Celebrations for clock refurbishment at Spalding parish church

Clergy and guests outside St Mary and St Nicolas before the service. SG151015-109TW
Clergy and guests outside St Mary and St Nicolas before the service. SG151015-109TW
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Gleaming gold leaf on the clock face at St Mary and St Nicolas Church is the most noticeable sign of a £7,500 restoration and it means anyone passing by can now clearly see the time.

The Vicar of Spalding, the Rev John Bennett, welcomed the Archdeacon of Boston, the Venerable Dr Justine Allain Chapman, to the parish church to conduct a special service of rededication to mark the completion of the clock refurbishment.

Head for heights - repairs being carried out to the St Mary and St Nicolas Church clock earlier this year. ANL-151028-125726001

Head for heights - repairs being carried out to the St Mary and St Nicolas Church clock earlier this year. ANL-151028-125726001

Among the guests were South Holland District Council chairman Coun Francis Biggadike and contributors to the restoration project.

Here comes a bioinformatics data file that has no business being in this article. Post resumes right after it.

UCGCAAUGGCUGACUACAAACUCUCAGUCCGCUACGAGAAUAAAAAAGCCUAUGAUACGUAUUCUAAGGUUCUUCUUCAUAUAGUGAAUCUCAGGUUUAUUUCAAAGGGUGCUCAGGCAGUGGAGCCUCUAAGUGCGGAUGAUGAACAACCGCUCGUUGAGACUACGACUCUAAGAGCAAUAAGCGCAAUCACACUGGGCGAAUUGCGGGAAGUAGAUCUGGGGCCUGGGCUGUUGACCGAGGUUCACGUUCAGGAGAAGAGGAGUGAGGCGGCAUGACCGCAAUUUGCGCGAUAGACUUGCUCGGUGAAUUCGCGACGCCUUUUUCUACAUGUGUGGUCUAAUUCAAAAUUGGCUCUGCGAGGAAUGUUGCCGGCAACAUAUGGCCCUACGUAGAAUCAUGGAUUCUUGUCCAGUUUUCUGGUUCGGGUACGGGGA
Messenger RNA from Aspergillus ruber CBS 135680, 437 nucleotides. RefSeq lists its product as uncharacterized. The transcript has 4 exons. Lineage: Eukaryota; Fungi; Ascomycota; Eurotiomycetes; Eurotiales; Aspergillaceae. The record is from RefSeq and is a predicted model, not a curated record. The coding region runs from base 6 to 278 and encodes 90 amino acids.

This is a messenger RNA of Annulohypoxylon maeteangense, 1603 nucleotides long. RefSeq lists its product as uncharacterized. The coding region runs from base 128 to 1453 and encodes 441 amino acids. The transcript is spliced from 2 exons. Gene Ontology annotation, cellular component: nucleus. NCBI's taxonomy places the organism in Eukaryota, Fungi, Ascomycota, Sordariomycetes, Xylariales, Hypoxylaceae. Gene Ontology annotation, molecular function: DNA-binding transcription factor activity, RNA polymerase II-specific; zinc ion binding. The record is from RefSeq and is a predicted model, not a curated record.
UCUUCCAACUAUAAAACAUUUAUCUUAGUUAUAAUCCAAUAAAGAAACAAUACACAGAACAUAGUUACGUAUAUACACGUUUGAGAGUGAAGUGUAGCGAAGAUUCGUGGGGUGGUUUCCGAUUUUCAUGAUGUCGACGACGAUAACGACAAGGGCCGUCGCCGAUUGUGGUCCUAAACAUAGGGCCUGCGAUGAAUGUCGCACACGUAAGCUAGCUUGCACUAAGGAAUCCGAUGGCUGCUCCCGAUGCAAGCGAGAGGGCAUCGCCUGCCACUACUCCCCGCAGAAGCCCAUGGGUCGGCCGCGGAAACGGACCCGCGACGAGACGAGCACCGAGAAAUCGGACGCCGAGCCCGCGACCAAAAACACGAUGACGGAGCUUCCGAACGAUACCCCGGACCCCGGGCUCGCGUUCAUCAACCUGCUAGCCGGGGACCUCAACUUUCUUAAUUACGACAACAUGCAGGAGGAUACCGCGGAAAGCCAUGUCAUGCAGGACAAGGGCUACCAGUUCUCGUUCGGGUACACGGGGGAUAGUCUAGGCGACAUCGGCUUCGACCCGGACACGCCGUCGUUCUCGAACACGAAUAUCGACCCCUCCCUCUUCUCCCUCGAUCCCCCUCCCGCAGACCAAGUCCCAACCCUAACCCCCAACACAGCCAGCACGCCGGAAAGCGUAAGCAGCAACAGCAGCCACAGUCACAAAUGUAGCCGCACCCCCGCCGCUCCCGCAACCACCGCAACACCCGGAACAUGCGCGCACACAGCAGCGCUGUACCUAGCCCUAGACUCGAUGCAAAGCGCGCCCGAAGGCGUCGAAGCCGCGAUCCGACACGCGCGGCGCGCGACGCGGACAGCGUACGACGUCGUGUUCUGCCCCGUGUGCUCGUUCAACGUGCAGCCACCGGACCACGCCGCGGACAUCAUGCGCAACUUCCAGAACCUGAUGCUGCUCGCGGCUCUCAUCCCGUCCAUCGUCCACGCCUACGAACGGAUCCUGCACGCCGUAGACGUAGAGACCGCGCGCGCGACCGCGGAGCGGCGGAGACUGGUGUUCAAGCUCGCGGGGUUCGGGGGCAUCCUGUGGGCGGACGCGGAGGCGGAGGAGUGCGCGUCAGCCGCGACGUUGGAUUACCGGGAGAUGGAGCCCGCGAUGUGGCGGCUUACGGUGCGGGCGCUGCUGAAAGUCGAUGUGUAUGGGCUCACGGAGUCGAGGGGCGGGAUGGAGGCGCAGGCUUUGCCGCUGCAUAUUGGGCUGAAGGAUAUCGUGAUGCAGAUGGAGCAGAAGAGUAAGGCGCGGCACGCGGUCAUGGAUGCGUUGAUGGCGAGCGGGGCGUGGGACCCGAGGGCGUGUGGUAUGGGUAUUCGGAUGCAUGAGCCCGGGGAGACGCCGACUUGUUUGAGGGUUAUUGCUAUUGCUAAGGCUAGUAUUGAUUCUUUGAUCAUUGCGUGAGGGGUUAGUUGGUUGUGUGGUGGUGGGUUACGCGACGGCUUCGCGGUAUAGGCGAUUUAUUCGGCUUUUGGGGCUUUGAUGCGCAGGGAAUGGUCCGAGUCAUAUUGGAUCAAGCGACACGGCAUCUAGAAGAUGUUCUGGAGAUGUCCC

Mr Bennett said: “The clock face needed regilding because it was fading.

“When there’s a public clock you want it to be clear and visible for people to be able to see the time as well as possible.”

He said there is provision for councils to give money towards public clocks and, after approaching South Holland District Council, ward councillors for St Mary’s, Howard Johnson, who has since stepped down, and council leader Gary Porter, gave money from their local budgets.

As well as the contribution of £1,258 from councillors, £600 came from the Friends of Spalding Parish Church and the balance from the church fabric fund, which is made up of legacies.

The clock dial and hands were fully restored as they were in poor condition with some areas down to bare metal. The metal was prepared, painted and finished with gold leaf.

The dial motion works were stripped and cleaned at the same time. The work was carried out via a rope and seat tackle – a bosun’s chair – by Smith of Derby.

This company were the original makers and installers of the clock in 1926 and continue to carry out the annual maintenance of the clock.

The clock is wound manually each week by a team of three volunteers, Richard Chadd, Philip Hall and Paul Doades. Phil and Paul are also bellringers.

Mr Bennett said the clock is wound up each Sunday by one of the team and this is increasingly rare as many church clocks have been fitted with automatic winding mechanisms. He’s also just discovered how they put the clock back an hour – it’s simply stopped and re-started.

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